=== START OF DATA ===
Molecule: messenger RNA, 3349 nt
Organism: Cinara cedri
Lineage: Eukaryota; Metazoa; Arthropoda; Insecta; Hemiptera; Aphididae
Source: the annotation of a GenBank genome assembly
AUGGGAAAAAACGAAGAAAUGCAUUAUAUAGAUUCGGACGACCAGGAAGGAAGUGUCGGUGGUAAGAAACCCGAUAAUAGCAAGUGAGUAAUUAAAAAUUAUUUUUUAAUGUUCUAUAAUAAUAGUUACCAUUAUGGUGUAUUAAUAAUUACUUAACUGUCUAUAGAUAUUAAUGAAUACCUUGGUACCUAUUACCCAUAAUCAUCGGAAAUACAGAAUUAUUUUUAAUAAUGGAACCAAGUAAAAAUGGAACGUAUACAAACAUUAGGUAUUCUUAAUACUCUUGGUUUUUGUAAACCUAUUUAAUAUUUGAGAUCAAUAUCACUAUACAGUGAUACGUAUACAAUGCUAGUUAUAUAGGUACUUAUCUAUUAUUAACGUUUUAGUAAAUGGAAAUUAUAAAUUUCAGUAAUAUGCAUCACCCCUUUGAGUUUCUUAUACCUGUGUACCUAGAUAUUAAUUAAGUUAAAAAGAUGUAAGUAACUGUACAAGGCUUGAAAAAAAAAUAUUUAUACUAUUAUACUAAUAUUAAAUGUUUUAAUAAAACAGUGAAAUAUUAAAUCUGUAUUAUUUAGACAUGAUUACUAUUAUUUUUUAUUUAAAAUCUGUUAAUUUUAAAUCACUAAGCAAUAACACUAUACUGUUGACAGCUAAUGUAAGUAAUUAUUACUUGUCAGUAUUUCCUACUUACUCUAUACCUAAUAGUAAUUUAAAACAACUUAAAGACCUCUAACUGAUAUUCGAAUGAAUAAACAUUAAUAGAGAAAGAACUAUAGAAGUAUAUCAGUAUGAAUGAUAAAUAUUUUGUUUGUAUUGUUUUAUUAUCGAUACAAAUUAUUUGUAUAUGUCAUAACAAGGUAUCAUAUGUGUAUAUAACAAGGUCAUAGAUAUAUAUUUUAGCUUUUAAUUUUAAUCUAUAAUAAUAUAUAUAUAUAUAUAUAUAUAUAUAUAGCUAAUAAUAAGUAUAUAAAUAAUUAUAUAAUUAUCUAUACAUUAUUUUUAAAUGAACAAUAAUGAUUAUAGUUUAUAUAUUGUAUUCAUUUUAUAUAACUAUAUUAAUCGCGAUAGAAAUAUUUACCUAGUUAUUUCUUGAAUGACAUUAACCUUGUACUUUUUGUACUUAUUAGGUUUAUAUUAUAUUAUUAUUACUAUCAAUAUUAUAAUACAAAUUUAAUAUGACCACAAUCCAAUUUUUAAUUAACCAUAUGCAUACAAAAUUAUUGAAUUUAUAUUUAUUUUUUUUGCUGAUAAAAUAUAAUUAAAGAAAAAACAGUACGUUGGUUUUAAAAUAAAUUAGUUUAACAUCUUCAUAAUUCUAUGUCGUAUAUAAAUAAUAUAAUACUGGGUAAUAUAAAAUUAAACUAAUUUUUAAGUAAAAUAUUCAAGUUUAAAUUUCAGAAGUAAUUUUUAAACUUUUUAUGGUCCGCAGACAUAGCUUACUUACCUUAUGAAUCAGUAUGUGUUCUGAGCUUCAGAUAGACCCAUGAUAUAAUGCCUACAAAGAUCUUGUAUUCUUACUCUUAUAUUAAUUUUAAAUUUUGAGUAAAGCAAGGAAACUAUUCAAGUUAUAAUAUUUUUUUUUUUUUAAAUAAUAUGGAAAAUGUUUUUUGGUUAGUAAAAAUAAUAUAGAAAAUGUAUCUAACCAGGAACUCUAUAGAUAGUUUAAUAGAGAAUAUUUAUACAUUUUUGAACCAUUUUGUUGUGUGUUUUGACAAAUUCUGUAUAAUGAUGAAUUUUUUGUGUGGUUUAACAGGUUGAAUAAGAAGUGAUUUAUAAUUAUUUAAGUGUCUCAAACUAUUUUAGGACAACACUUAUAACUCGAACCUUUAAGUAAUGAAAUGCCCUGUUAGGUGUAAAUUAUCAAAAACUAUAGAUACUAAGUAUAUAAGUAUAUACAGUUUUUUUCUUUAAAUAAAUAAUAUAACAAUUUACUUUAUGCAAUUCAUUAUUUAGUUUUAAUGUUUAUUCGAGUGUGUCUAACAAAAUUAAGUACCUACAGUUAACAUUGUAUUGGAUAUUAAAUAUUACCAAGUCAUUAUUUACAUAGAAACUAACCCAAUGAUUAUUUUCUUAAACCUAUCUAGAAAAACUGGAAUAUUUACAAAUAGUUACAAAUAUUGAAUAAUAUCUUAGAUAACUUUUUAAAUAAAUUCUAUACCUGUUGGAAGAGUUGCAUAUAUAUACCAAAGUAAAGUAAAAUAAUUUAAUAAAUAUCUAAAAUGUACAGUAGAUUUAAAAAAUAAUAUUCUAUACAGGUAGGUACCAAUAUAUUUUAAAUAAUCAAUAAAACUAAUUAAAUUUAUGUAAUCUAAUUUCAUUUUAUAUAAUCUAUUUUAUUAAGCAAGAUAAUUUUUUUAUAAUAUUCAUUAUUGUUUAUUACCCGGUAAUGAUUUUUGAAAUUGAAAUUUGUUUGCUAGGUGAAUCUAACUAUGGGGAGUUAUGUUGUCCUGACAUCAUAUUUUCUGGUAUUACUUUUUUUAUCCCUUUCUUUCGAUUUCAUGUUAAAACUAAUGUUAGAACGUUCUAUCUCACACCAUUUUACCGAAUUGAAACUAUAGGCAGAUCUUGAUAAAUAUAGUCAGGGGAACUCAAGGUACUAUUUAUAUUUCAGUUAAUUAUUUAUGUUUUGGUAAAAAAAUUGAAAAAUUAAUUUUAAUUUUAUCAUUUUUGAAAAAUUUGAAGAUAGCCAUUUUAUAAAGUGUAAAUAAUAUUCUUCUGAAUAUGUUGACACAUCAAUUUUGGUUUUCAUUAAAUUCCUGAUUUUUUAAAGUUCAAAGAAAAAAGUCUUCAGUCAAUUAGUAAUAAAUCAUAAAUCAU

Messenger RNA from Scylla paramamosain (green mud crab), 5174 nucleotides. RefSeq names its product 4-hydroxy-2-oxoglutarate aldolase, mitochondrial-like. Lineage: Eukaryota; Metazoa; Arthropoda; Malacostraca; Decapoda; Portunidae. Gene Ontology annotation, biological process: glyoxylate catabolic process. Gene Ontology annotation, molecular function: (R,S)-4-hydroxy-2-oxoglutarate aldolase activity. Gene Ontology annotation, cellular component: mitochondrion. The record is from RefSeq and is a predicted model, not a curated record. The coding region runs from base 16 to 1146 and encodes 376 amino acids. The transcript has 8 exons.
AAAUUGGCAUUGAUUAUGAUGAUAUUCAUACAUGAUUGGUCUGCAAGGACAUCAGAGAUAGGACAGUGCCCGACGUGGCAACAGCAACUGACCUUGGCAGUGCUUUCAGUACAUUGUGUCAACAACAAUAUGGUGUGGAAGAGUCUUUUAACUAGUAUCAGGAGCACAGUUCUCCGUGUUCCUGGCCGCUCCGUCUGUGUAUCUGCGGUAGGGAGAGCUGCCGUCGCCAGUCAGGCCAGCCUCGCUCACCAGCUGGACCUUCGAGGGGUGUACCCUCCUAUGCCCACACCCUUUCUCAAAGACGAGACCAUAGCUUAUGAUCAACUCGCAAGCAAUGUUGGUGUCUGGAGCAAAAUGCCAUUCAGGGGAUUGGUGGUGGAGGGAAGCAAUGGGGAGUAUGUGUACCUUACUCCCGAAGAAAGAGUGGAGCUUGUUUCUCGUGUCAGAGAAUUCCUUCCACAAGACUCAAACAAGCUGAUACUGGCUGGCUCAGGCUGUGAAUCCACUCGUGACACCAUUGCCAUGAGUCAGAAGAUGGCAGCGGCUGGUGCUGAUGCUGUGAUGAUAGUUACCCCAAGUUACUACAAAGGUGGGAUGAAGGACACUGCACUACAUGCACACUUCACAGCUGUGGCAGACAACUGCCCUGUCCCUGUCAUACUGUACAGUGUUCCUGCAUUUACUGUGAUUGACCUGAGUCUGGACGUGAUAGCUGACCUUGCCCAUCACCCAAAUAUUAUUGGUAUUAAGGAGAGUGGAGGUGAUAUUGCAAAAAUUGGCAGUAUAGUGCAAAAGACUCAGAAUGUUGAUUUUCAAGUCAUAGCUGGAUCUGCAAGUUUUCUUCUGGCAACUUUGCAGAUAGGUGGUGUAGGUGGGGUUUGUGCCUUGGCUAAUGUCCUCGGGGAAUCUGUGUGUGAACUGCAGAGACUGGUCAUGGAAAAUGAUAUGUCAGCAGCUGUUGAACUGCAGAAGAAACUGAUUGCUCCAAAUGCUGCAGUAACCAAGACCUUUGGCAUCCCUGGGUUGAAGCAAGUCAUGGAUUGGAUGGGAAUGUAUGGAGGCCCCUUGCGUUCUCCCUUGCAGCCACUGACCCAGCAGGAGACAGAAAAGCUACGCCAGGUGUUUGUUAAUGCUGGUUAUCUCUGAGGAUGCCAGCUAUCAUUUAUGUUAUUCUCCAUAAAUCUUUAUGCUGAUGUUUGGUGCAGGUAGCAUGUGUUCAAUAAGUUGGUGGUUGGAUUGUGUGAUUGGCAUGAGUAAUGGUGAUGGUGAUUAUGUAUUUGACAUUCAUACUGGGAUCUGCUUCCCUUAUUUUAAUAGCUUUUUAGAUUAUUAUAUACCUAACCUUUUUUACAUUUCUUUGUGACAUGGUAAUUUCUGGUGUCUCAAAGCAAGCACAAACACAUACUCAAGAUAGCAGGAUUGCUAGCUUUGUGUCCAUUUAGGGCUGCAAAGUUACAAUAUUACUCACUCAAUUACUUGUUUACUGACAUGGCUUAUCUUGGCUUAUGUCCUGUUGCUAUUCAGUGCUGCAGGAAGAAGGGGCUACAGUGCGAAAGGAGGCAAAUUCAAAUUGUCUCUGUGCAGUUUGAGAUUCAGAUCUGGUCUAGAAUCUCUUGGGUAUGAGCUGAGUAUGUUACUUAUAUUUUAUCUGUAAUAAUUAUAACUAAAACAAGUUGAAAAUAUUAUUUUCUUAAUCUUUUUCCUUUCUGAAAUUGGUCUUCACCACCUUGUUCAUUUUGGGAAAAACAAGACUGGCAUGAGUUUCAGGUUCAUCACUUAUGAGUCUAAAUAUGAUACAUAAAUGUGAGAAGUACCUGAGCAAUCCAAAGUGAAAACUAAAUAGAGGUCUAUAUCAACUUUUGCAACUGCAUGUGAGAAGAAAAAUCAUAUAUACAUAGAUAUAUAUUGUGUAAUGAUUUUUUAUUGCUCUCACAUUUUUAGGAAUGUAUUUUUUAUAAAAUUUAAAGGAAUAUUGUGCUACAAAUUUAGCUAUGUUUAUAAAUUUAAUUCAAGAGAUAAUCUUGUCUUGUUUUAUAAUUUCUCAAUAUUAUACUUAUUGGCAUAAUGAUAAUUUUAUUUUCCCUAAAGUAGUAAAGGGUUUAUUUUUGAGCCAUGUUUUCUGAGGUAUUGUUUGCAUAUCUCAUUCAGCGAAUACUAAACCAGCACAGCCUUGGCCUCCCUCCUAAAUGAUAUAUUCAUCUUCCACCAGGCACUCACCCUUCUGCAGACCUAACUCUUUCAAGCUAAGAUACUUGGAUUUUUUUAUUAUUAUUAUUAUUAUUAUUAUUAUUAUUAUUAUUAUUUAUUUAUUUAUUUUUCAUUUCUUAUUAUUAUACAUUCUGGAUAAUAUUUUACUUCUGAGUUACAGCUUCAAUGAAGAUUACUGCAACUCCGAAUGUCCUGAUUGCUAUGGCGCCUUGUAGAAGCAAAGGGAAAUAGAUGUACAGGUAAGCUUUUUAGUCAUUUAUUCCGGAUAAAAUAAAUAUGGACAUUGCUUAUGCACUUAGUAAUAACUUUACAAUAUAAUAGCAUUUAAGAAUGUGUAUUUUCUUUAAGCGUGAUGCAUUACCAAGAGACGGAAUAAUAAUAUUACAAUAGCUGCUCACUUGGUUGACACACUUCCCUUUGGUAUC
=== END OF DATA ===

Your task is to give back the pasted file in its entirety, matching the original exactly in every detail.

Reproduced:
Molecule: messenger RNA, 3349 nt
Organism: Cinara cedri
Lineage: Eukaryota; Metazoa; Arthropoda; Insecta; Hemiptera; Aphididae
Source: the annotation of a GenBank genome assembly
AUGGGAAAAAACGAAGAAAUGCAUUAUAUAGAUUCGGACGACCAGGAAGGAAGUGUCGGUGGUAAGAAACCCGAUAAUAGCAAGUGAGUAAUUAAAAAUUAUUUUUUAAUGUUCUAUAAUAAUAGUUACCAUUAUGGUGUAUUAAUAAUUACUUAACUGUCUAUAGAUAUUAAUGAAUACCUUGGUACCUAUUACCCAUAAUCAUCGGAAAUACAGAAUUAUUUUUAAUAAUGGAACCAAGUAAAAAUGGAACGUAUACAAACAUUAGGUAUUCUUAAUACUCUUGGUUUUUGUAAACCUAUUUAAUAUUUGAGAUCAAUAUCACUAUACAGUGAUACGUAUACAAUGCUAGUUAUAUAGGUACUUAUCUAUUAUUAACGUUUUAGUAAAUGGAAAUUAUAAAUUUCAGUAAUAUGCAUCACCCCUUUGAGUUUCUUAUACCUGUGUACCUAGAUAUUAAUUAAGUUAAAAAGAUGUAAGUAACUGUACAAGGCUUGAAAAAAAAAUAUUUAUACUAUUAUACUAAUAUUAAAUGUUUUAAUAAAACAGUGAAAUAUUAAAUCUGUAUUAUUUAGACAUGAUUACUAUUAUUUUUUAUUUAAAAUCUGUUAAUUUUAAAUCACUAAGCAAUAACACUAUACUGUUGACAGCUAAUGUAAGUAAUUAUUACUUGUCAGUAUUUCCUACUUACUCUAUACCUAAUAGUAAUUUAAAACAACUUAAAGACCUCUAACUGAUAUUCGAAUGAAUAAACAUUAAUAGAGAAAGAACUAUAGAAGUAUAUCAGUAUGAAUGAUAAAUAUUUUGUUUGUAUUGUUUUAUUAUCGAUACAAAUUAUUUGUAUAUGUCAUAACAAGGUAUCAUAUGUGUAUAUAACAAGGUCAUAGAUAUAUAUUUUAGCUUUUAAUUUUAAUCUAUAAUAAUAUAUAUAUAUAUAUAUAUAUAUAUAUAGCUAAUAAUAAGUAUAUAAAUAAUUAUAUAAUUAUCUAUACAUUAUUUUUAAAUGAACAAUAAUGAUUAUAGUUUAUAUAUUGUAUUCAUUUUAUAUAACUAUAUUAAUCGCGAUAGAAAUAUUUACCUAGUUAUUUCUUGAAUGACAUUAACCUUGUACUUUUUGUACUUAUUAGGUUUAUAUUAUAUUAUUAUUACUAUCAAUAUUAUAAUACAAAUUUAAUAUGACCACAAUCCAAUUUUUAAUUAACCAUAUGCAUACAAAAUUAUUGAAUUUAUAUUUAUUUUUUUUGCUGAUAAAAUAUAAUUAAAGAAAAAACAGUACGUUGGUUUUAAAAUAAAUUAGUUUAACAUCUUCAUAAUUCUAUGUCGUAUAUAAAUAAUAUAAUACUGGGUAAUAUAAAAUUAAACUAAUUUUUAAGUAAAAUAUUCAAGUUUAAAUUUCAGAAGUAAUUUUUAAACUUUUUAUGGUCCGCAGACAUAGCUUACUUACCUUAUGAAUCAGUAUGUGUUCUGAGCUUCAGAUAGACCCAUGAUAUAAUGCCUACAAAGAUCUUGUAUUCUUACUCUUAUAUUAAUUUUAAAUUUUGAGUAAAGCAAGGAAACUAUUCAAGUUAUAAUAUUUUUUUUUUUUUAAAUAAUAUGGAAAAUGUUUUUUGGUUAGUAAAAAUAAUAUAGAAAAUGUAUCUAACCAGGAACUCUAUAGAUAGUUUAAUAGAGAAUAUUUAUACAUUUUUGAACCAUUUUGUUGUGUGUUUUGACAAAUUCUGUAUAAUGAUGAAUUUUUUGUGUGGUUUAACAGGUUGAAUAAGAAGUGAUUUAUAAUUAUUUAAGUGUCUCAAACUAUUUUAGGACAACACUUAUAACUCGAACCUUUAAGUAAUGAAAUGCCCUGUUAGGUGUAAAUUAUCAAAAACUAUAGAUACUAAGUAUAUAAGUAUAUACAGUUUUUUUCUUUAAAUAAAUAAUAUAACAAUUUACUUUAUGCAAUUCAUUAUUUAGUUUUAAUGUUUAUUCGAGUGUGUCUAACAAAAUUAAGUACCUACAGUUAACAUUGUAUUGGAUAUUAAAUAUUACCAAGUCAUUAUUUACAUAGAAACUAACCCAAUGAUUAUUUUCUUAAACCUAUCUAGAAAAACUGGAAUAUUUACAAAUAGUUACAAAUAUUGAAUAAUAUCUUAGAUAACUUUUUAAAUAAAUUCUAUACCUGUUGGAAGAGUUGCAUAUAUAUACCAAAGUAAAGUAAAAUAAUUUAAUAAAUAUCUAAAAUGUACAGUAGAUUUAAAAAAUAAUAUUCUAUACAGGUAGGUACCAAUAUAUUUUAAAUAAUCAAUAAAACUAAUUAAAUUUAUGUAAUCUAAUUUCAUUUUAUAUAAUCUAUUUUAUUAAGCAAGAUAAUUUUUUUAUAAUAUUCAUUAUUGUUUAUUACCCGGUAAUGAUUUUUGAAAUUGAAAUUUGUUUGCUAGGUGAAUCUAACUAUGGGGAGUUAUGUUGUCCUGACAUCAUAUUUUCUGGUAUUACUUUUUUUAUCCCUUUCUUUCGAUUUCAUGUUAAAACUAAUGUUAGAACGUUCUAUCUCACACCAUUUUACCGAAUUGAAACUAUAGGCAGAUCUUGAUAAAUAUAGUCAGGGGAACUCAAGGUACUAUUUAUAUUUCAGUUAAUUAUUUAUGUUUUGGUAAAAAAAUUGAAAAAUUAAUUUUAAUUUUAUCAUUUUUGAAAAAUUUGAAGAUAGCCAUUUUAUAAAGUGUAAAUAAUAUUCUUCUGAAUAUGUUGACACAUCAAUUUUGGUUUUCAUUAAAUUCCUGAUUUUUUAAAGUUCAAAGAAAAAAGUCUUCAGUCAAUUAGUAAUAAAUCAUAAAUCAU

Messenger RNA from Scylla paramamosain (green mud crab), 5174 nucleotides. RefSeq names its product 4-hydroxy-2-oxoglutarate aldolase, mitochondrial-like. Lineage: Eukaryota; Metazoa; Arthropoda; Malacostraca; Decapoda; Portunidae. Gene Ontology annotation, biological process: glyoxylate catabolic process. Gene Ontology annotation, molecular function: (R,S)-4-hydroxy-2-oxoglutarate aldolase activity. Gene Ontology annotation, cellular component: mitochondrion. The record is from RefSeq and is a predicted model, not a curated record. The coding region runs from base 16 to 1146 and encodes 376 amino acids. The transcript has 8 exons.
AAAUUGGCAUUGAUUAUGAUGAUAUUCAUACAUGAUUGGUCUGCAAGGACAUCAGAGAUAGGACAGUGCCCGACGUGGCAACAGCAACUGACCUUGGCAGUGCUUUCAGUACAUUGUGUCAACAACAAUAUGGUGUGGAAGAGUCUUUUAACUAGUAUCAGGAGCACAGUUCUCCGUGUUCCUGGCCGCUCCGUCUGUGUAUCUGCGGUAGGGAGAGCUGCCGUCGCCAGUCAGGCCAGCCUCGCUCACCAGCUGGACCUUCGAGGGGUGUACCCUCCUAUGCCCACACCCUUUCUCAAAGACGAGACCAUAGCUUAUGAUCAACUCGCAAGCAAUGUUGGUGUCUGGAGCAAAAUGCCAUUCAGGGGAUUGGUGGUGGAGGGAAGCAAUGGGGAGUAUGUGUACCUUACUCCCGAAGAAAGAGUGGAGCUUGUUUCUCGUGUCAGAGAAUUCCUUCCACAAGACUCAAACAAGCUGAUACUGGCUGGCUCAGGCUGUGAAUCCACUCGUGACACCAUUGCCAUGAGUCAGAAGAUGGCAGCGGCUGGUGCUGAUGCUGUGAUGAUAGUUACCCCAAGUUACUACAAAGGUGGGAUGAAGGACACUGCACUACAUGCACACUUCACAGCUGUGGCAGACAACUGCCCUGUCCCUGUCAUACUGUACAGUGUUCCUGCAUUUACUGUGAUUGACCUGAGUCUGGACGUGAUAGCUGACCUUGCCCAUCACCCAAAUAUUAUUGGUAUUAAGGAGAGUGGAGGUGAUAUUGCAAAAAUUGGCAGUAUAGUGCAAAAGACUCAGAAUGUUGAUUUUCAAGUCAUAGCUGGAUCUGCAAGUUUUCUUCUGGCAACUUUGCAGAUAGGUGGUGUAGGUGGGGUUUGUGCCUUGGCUAAUGUCCUCGGGGAAUCUGUGUGUGAACUGCAGAGACUGGUCAUGGAAAAUGAUAUGUCAGCAGCUGUUGAACUGCAGAAGAAACUGAUUGCUCCAAAUGCUGCAGUAACCAAGACCUUUGGCAUCCCUGGGUUGAAGCAAGUCAUGGAUUGGAUGGGAAUGUAUGGAGGCCCCUUGCGUUCUCCCUUGCAGCCACUGACCCAGCAGGAGACAGAAAAGCUACGCCAGGUGUUUGUUAAUGCUGGUUAUCUCUGAGGAUGCCAGCUAUCAUUUAUGUUAUUCUCCAUAAAUCUUUAUGCUGAUGUUUGGUGCAGGUAGCAUGUGUUCAAUAAGUUGGUGGUUGGAUUGUGUGAUUGGCAUGAGUAAUGGUGAUGGUGAUUAUGUAUUUGACAUUCAUACUGGGAUCUGCUUCCCUUAUUUUAAUAGCUUUUUAGAUUAUUAUAUACCUAACCUUUUUUACAUUUCUUUGUGACAUGGUAAUUUCUGGUGUCUCAAAGCAAGCACAAACACAUACUCAAGAUAGCAGGAUUGCUAGCUUUGUGUCCAUUUAGGGCUGCAAAGUUACAAUAUUACUCACUCAAUUACUUGUUUACUGACAUGGCUUAUCUUGGCUUAUGUCCUGUUGCUAUUCAGUGCUGCAGGAAGAAGGGGCUACAGUGCGAAAGGAGGCAAAUUCAAAUUGUCUCUGUGCAGUUUGAGAUUCAGAUCUGGUCUAGAAUCUCUUGGGUAUGAGCUGAGUAUGUUACUUAUAUUUUAUCUGUAAUAAUUAUAACUAAAACAAGUUGAAAAUAUUAUUUUCUUAAUCUUUUUCCUUUCUGAAAUUGGUCUUCACCACCUUGUUCAUUUUGGGAAAAACAAGACUGGCAUGAGUUUCAGGUUCAUCACUUAUGAGUCUAAAUAUGAUACAUAAAUGUGAGAAGUACCUGAGCAAUCCAAAGUGAAAACUAAAUAGAGGUCUAUAUCAACUUUUGCAACUGCAUGUGAGAAGAAAAAUCAUAUAUACAUAGAUAUAUAUUGUGUAAUGAUUUUUUAUUGCUCUCACAUUUUUAGGAAUGUAUUUUUUAUAAAAUUUAAAGGAAUAUUGUGCUACAAAUUUAGCUAUGUUUAUAAAUUUAAUUCAAGAGAUAAUCUUGUCUUGUUUUAUAAUUUCUCAAUAUUAUACUUAUUGGCAUAAUGAUAAUUUUAUUUUCCCUAAAGUAGUAAAGGGUUUAUUUUUGAGCCAUGUUUUCUGAGGUAUUGUUUGCAUAUCUCAUUCAGCGAAUACUAAACCAGCACAGCCUUGGCCUCCCUCCUAAAUGAUAUAUUCAUCUUCCACCAGGCACUCACCCUUCUGCAGACCUAACUCUUUCAAGCUAAGAUACUUGGAUUUUUUUAUUAUUAUUAUUAUUAUUAUUAUUAUUAUUAUUAUUAUUUAUUUAUUUAUUUUUCAUUUCUUAUUAUUAUACAUUCUGGAUAAUAUUUUACUUCUGAGUUACAGCUUCAAUGAAGAUUACUGCAACUCCGAAUGUCCUGAUUGCUAUGGCGCCUUGUAGAAGCAAAGGGAAAUAGAUGUACAGGUAAGCUUUUUAGUCAUUUAUUCCGGAUAAAAUAAAUAUGGACAUUGCUUAUGCACUUAGUAAUAACUUUACAAUAUAAUAGCAUUUAAGAAUGUGUAUUUUCUUUAAGCGUGAUGCAUUACCAAGAGACGGAAUAAUAAUAUUACAAUAGCUGCUCACUUGGUUGACACACUUCCCUUUGGUAUC